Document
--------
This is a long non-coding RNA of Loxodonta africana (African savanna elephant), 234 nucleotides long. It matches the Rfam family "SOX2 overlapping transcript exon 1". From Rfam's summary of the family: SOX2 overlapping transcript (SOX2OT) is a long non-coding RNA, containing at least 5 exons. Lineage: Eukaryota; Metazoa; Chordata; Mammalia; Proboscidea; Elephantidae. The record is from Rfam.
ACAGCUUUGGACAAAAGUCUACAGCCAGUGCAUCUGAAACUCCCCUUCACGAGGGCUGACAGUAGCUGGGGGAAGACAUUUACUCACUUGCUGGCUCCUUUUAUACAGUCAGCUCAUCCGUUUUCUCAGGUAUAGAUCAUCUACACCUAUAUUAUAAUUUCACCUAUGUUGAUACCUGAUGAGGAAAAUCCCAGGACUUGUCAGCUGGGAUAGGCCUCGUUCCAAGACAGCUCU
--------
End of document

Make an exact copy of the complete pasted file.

This is a long non-coding RNA of Loxodonta africana (African savanna elephant), 234 nucleotides long. It matches the Rfam family "SOX2 overlapping transcript exon 1". From Rfam's summary of the family: SOX2 overlapping transcript (SOX2OT) is a long non-coding RNA, containing at least 5 exons. Lineage: Eukaryota; Metazoa; Chordata; Mammalia; Proboscidea; Elephantidae. The record is from Rfam.
ACAGCUUUGGACAAAAGUCUACAGCCAGUGCAUCUGAAACUCCCCUUCACGAGGGCUGACAGUAGCUGGGGGAAGACAUUUACUCACUUGCUGGCUCCUUUUAUACAGUCAGCUCAUCCGUUUUCUCAGGUAUAGAUCAUCUACACCUAUAUUAUAAUUUCACCUAUGUUGAUACCUGAUGAGGAAAAUCCCAGGACUUGUCAGCUGGGAUAGGCCUCGUUCCAAGACAGCUCU